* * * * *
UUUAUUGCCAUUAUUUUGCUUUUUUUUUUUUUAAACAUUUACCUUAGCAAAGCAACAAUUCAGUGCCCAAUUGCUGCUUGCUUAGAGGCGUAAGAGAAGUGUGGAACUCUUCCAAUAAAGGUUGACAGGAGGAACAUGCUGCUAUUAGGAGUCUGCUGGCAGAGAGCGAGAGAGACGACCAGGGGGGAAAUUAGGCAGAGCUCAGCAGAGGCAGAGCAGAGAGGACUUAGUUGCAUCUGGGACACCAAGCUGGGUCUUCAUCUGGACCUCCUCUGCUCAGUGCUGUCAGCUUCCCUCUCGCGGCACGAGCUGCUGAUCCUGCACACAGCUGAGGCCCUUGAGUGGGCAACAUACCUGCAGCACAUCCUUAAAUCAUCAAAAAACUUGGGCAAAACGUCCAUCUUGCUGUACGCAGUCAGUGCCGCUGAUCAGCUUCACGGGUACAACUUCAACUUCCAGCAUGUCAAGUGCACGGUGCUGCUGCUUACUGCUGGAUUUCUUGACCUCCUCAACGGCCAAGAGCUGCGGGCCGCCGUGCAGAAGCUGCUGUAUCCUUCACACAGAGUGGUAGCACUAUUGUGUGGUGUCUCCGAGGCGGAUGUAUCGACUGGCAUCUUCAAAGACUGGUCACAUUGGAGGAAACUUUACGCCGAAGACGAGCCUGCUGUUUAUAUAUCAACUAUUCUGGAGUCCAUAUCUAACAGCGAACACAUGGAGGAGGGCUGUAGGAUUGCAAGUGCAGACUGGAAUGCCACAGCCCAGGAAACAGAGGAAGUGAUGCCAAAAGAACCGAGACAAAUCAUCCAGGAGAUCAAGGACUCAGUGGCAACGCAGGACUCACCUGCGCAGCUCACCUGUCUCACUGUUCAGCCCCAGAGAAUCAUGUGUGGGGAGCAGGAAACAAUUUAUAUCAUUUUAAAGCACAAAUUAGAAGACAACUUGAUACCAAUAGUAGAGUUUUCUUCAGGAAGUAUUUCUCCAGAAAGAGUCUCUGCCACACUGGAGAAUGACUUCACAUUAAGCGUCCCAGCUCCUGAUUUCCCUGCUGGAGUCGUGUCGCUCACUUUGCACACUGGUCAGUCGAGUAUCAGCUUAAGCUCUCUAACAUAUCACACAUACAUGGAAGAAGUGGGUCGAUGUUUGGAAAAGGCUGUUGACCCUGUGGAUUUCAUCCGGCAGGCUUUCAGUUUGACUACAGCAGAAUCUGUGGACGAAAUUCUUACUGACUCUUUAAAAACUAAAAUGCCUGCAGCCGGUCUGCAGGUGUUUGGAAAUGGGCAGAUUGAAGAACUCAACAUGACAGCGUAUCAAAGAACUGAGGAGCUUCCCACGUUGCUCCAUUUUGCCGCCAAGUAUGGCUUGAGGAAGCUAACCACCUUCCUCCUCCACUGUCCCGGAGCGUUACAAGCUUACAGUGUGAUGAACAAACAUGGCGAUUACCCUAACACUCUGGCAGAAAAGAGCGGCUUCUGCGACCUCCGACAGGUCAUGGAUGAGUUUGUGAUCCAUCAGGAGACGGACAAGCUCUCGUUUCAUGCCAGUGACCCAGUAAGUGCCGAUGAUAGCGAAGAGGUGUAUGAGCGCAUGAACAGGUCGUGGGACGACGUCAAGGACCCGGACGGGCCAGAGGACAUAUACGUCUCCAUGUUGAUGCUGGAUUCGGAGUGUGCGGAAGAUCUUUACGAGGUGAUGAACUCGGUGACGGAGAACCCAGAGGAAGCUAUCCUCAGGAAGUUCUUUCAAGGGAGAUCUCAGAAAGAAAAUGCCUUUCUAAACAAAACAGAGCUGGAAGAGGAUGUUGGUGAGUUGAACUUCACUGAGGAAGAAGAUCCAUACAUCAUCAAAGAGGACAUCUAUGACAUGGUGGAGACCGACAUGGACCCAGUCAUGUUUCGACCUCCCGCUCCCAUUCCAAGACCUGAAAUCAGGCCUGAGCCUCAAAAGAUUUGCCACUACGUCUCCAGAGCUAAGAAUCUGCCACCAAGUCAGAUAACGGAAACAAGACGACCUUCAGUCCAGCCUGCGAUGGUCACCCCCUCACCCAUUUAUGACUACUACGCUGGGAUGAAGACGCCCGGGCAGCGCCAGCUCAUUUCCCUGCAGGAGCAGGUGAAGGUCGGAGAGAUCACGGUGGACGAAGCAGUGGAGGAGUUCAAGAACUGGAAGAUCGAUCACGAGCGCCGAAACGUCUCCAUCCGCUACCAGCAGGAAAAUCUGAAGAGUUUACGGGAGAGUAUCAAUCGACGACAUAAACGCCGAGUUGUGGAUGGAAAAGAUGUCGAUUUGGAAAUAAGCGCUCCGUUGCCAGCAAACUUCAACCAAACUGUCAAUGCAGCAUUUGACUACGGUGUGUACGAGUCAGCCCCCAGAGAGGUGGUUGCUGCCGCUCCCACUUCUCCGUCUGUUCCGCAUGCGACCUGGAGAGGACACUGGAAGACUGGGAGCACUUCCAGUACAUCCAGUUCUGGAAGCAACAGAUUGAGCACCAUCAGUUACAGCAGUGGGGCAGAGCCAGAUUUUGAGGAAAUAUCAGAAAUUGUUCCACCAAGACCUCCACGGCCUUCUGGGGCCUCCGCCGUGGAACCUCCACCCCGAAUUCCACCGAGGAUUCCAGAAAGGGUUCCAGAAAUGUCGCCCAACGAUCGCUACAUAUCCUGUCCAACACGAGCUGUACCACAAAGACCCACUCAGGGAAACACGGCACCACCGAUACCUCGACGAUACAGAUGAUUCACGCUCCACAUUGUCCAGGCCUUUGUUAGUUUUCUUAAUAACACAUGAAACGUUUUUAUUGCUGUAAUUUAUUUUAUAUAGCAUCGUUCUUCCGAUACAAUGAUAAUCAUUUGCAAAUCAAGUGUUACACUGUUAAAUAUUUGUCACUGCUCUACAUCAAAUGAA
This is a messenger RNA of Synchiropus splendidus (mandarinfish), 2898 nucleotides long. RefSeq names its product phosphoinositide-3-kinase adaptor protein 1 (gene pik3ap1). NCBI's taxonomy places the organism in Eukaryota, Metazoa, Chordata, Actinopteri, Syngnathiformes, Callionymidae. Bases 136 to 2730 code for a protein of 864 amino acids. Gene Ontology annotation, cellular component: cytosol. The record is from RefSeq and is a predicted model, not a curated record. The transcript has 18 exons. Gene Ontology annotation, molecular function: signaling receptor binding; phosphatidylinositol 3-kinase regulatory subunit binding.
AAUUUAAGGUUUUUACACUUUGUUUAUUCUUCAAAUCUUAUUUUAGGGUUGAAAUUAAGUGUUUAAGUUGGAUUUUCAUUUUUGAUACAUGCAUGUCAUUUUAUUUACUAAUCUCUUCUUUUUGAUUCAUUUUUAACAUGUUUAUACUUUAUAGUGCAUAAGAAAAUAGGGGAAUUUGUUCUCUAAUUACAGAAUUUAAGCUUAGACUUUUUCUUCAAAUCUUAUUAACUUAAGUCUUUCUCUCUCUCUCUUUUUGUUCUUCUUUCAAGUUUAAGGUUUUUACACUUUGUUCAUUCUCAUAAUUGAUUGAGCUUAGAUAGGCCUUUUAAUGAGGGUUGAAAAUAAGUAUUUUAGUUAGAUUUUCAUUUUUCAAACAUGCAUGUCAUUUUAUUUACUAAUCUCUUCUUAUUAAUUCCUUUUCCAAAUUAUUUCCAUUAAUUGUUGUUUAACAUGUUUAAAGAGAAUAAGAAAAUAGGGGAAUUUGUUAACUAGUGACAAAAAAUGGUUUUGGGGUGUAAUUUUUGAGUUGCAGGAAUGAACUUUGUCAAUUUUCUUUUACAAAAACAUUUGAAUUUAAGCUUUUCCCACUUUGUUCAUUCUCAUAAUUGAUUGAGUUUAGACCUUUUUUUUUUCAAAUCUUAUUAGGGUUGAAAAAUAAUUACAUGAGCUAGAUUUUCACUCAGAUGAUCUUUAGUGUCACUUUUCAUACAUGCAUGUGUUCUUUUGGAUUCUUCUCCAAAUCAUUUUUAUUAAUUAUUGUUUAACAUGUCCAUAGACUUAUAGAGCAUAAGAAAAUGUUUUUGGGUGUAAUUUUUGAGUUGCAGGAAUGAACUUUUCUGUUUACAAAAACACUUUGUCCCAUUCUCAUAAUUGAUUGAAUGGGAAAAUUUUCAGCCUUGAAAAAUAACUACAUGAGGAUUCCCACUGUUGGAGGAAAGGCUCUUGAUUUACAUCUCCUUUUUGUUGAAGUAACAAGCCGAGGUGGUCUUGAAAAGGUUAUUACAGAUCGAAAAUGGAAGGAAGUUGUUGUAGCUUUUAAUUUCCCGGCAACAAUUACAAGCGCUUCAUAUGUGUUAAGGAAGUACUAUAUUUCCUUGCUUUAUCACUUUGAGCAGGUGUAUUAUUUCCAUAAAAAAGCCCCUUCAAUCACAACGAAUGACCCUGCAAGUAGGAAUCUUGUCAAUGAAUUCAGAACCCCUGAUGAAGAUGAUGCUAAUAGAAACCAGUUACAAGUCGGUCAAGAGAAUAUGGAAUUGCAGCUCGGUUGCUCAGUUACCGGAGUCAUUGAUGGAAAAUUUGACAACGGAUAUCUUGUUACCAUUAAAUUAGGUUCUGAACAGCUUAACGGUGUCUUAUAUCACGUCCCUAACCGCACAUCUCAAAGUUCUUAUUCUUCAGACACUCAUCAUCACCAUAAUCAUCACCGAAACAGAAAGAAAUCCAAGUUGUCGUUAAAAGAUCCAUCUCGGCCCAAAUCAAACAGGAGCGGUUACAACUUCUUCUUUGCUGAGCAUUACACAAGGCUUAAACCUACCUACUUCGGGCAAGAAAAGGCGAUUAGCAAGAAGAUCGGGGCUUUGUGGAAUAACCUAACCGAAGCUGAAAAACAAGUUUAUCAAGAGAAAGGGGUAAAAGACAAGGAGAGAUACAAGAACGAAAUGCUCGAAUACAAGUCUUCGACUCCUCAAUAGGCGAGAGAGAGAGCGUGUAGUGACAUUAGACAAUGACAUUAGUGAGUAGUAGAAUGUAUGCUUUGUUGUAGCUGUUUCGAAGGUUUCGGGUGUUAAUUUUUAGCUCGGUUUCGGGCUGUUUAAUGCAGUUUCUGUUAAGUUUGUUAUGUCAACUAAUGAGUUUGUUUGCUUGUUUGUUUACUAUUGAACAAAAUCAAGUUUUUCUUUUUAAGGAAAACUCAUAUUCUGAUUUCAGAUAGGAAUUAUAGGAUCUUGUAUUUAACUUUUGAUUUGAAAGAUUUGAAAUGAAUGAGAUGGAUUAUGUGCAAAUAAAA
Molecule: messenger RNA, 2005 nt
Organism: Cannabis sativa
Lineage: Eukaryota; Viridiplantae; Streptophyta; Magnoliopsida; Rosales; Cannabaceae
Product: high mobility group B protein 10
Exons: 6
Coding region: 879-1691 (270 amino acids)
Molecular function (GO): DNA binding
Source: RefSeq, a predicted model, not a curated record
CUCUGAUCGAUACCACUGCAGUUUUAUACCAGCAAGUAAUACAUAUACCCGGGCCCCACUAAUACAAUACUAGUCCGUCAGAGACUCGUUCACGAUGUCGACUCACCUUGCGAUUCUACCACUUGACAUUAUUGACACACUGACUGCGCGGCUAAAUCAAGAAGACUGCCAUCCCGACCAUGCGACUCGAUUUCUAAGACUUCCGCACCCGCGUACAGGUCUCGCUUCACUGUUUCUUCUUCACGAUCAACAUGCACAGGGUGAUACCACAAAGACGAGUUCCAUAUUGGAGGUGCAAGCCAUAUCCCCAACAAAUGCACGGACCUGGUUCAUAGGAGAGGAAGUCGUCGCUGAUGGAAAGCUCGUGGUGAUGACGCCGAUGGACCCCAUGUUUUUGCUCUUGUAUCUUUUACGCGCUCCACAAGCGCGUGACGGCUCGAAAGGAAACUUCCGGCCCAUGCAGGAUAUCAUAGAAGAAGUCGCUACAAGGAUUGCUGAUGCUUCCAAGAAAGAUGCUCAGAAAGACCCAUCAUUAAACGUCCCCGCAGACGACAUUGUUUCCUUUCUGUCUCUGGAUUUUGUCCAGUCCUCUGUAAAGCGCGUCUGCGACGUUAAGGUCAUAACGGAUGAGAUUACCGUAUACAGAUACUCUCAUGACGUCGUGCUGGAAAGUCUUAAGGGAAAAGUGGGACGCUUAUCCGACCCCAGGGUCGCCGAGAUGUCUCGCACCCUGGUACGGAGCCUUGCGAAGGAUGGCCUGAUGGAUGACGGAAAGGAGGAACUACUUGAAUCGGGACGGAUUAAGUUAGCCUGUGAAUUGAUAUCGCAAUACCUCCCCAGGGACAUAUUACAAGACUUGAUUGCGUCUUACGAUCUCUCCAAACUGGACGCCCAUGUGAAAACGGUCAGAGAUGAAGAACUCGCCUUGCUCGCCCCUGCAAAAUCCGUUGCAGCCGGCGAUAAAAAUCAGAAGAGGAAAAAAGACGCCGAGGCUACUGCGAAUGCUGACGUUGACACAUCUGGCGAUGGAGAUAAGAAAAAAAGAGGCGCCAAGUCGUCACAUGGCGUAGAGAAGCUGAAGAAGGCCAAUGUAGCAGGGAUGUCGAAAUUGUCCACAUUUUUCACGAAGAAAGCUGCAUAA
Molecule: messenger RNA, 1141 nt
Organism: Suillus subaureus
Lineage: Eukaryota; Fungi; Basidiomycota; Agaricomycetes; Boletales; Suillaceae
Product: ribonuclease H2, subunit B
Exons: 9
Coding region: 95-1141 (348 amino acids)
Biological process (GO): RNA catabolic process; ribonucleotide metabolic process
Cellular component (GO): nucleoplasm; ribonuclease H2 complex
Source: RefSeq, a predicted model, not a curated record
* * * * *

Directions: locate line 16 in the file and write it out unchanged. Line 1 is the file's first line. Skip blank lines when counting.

Product: ribonuclease H2, subunit B